Mr James Pawsey: This has been a particularly interesting debate. I shall deal first with the speech of the hon. Member for Wakefield (Mr. Hinchliffe). The Education Act 1996 does not define corporal punishment. I have, therefore, followed the precedent that has already been established. The hon. Gentleman made a great point about reasonable punishment. The essence of new clause 5 is reasonable punishment. A...

Orders of the Day — Education Bill: Corporal Punishment Lawful with Parental Consent (28 Jan 1997)

Mr James Pawsey: I beg to move, That the clause be read a Second time.

Orders of the Day — Education Bill: Corporal Punishment Lawful with Parental Consent (28 Jan 1997)

Mr James Pawsey: I shall briefly, and somewhat unusually, say what the new clause is not about. It is not about beating, thrashing, flogging or any of the other emotive phrases so beloved by those who oppose corporal punishment. New clause 5 is about discipline in schools and caning. It is, at all times, about reasonable punishment. 7.15 pm For some time, I, like many hon. Members, have been concerned about...

Orders of the Day — Education Bill: Corporal Punishment Lawful with Parental Consent (28 Jan 1997)

Mr James Pawsey: The hon. Gentleman clearly knows much about the subject and I congratulate him on the strength of his intervention. He makes a valid point and I am grateful to him. Express permission from the parent would allow the school to cane the child instead of excluding him. Without that permission, caning could and would not take place. In response to a parliamentary question that I tabled on 13...

Orders of the Day — Education Bill: Corporal Punishment Lawful with Parental Consent (28 Jan 1997)

Mr James Pawsey: I am sorry that I gave way to my hon. Friend, whose intervention was not worthy of his intellect.

Orders of the Day — Education Bill: Corporal Punishment Lawful with Parental Consent (28 Jan 1997)

Mr James Pawsey: No. I shall give way in a moment, but I want to make some progress. Recently, I received a booklet produced by the Commission for Racial Equality, entitled, "Exclusion from School: the Public Cost". It sets out in considerable detail the cost involved in permanent exclusions, and maintains that one permanent exclusion, starting in 1994–95 and extending into 1995–96, would cost £5,134 a...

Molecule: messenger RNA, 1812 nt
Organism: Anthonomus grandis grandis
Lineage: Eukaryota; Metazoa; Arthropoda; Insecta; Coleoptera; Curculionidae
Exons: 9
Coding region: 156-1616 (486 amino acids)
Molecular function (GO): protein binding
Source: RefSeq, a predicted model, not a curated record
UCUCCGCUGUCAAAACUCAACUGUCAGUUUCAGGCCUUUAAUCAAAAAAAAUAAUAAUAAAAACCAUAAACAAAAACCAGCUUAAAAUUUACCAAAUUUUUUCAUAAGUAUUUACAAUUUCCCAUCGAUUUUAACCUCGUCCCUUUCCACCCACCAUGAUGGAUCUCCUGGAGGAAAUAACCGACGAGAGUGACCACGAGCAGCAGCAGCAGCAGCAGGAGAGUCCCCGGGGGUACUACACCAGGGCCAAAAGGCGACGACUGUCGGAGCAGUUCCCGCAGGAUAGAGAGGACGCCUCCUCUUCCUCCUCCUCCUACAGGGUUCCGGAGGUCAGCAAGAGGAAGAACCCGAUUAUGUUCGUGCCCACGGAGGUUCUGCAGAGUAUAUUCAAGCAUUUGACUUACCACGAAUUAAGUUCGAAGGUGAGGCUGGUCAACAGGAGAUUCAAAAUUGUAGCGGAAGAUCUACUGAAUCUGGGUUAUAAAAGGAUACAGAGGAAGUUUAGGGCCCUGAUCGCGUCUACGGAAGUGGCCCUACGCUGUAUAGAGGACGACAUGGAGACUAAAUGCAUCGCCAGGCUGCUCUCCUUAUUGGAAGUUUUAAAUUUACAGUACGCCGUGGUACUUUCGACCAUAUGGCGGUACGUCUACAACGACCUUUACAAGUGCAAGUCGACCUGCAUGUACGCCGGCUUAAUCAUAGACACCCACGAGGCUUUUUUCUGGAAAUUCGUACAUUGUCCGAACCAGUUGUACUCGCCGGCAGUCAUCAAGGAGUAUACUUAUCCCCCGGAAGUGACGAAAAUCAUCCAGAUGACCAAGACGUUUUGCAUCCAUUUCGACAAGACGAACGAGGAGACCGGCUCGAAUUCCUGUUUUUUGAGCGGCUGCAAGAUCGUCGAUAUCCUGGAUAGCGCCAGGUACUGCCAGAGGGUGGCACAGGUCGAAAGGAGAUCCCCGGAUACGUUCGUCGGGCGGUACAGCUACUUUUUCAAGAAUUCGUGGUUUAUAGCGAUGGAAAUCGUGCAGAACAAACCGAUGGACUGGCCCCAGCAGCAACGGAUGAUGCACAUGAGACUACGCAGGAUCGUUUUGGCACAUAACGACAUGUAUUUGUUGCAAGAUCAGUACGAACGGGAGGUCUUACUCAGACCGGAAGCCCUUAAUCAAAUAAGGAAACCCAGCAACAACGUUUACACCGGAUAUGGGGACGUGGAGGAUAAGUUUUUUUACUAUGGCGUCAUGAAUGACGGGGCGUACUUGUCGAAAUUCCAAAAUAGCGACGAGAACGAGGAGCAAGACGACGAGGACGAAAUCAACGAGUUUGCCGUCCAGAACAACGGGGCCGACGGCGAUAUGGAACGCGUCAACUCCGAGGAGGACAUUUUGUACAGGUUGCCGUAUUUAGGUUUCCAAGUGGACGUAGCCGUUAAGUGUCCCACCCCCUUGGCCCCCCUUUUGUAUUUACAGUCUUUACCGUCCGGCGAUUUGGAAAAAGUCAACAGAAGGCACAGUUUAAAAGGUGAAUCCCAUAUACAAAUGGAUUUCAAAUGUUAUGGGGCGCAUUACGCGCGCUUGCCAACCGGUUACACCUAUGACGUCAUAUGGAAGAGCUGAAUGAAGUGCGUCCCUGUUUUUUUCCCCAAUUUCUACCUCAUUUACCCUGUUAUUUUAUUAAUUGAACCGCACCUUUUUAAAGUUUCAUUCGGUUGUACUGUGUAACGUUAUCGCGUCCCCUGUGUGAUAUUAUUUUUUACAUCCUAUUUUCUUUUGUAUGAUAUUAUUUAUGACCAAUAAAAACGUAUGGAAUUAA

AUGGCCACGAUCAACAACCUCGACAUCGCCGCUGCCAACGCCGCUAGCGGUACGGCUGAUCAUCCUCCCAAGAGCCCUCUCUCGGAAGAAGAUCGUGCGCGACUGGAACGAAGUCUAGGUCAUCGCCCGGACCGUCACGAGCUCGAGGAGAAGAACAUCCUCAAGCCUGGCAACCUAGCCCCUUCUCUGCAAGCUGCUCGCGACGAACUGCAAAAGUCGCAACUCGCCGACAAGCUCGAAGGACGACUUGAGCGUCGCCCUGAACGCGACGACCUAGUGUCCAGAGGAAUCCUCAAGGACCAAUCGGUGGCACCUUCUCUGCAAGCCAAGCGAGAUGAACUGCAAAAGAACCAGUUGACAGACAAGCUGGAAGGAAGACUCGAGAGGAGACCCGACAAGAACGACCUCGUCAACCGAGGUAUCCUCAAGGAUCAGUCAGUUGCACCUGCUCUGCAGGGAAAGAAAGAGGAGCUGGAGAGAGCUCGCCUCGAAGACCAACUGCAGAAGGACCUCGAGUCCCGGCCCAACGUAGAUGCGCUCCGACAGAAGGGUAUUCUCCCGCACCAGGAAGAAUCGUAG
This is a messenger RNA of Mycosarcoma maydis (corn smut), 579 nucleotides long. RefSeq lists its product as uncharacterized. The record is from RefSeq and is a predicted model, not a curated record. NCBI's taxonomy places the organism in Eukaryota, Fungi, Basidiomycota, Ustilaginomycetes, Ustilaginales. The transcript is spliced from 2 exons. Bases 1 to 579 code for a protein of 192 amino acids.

Orders of the Day — Education Bill: Corporal Punishment Lawful with Parental Consent (28 Jan 1997)

Mr James Pawsey: Let me make it absolutely clear that my advocacy of corporal punishment owes nothing at all to hard cash. It is based on the truism that a pound funding exclusion is a pound less for schools—a pound less that we might use in the classroom. I believe, therefore, that exclusions can be regarded as a misuse of scarce resources. That argument would apply most especially if a viable...

Orders of the Day — Education Bill: Corporal Punishment Lawful with Parental Consent (28 Jan 1997)

Mr James Pawsey: My hon. Friend makes a strong point, and I am grateful to him.

Orders of the Day — Education Bill: Corporal Punishment Lawful with Parental Consent (28 Jan 1997)

Mr James Pawsey: I shall give way presently. I invite the House to consider for a moment the impact of both temporary and permanent exclusions. Clearly, there will be a substantial impact on the individual child. Exclusions substantially damage the child, who is being deprived of a reasonable education. Several of the members of Standing Committee D, which considered the Bill for well over 40 hours, are...

Orders of the Day — Education Bill: Corporal Punishment Lawful with Parental Consent (28 Jan 1997)

Mr James Pawsey: I accept that a blanket provision, for the period of a child's school life, is simply not on. I now give way to my hon. and persistent Friend.

Orders of the Day — Education Bill: Corporal Punishment Lawful with Parental Consent (28 Jan 1997)

Mr James Pawsey: The answer to my hon. Friend's first question is certainly yes. I have in front of me The Sunday Telegraph of 3 November 1996. The headline clearly says, "Bring back the cane, say voters" and the article tells us that 68 per cent. support corporal punishment. That 68 per cent. includes parents who are prepared to let their children receive corporal punishment.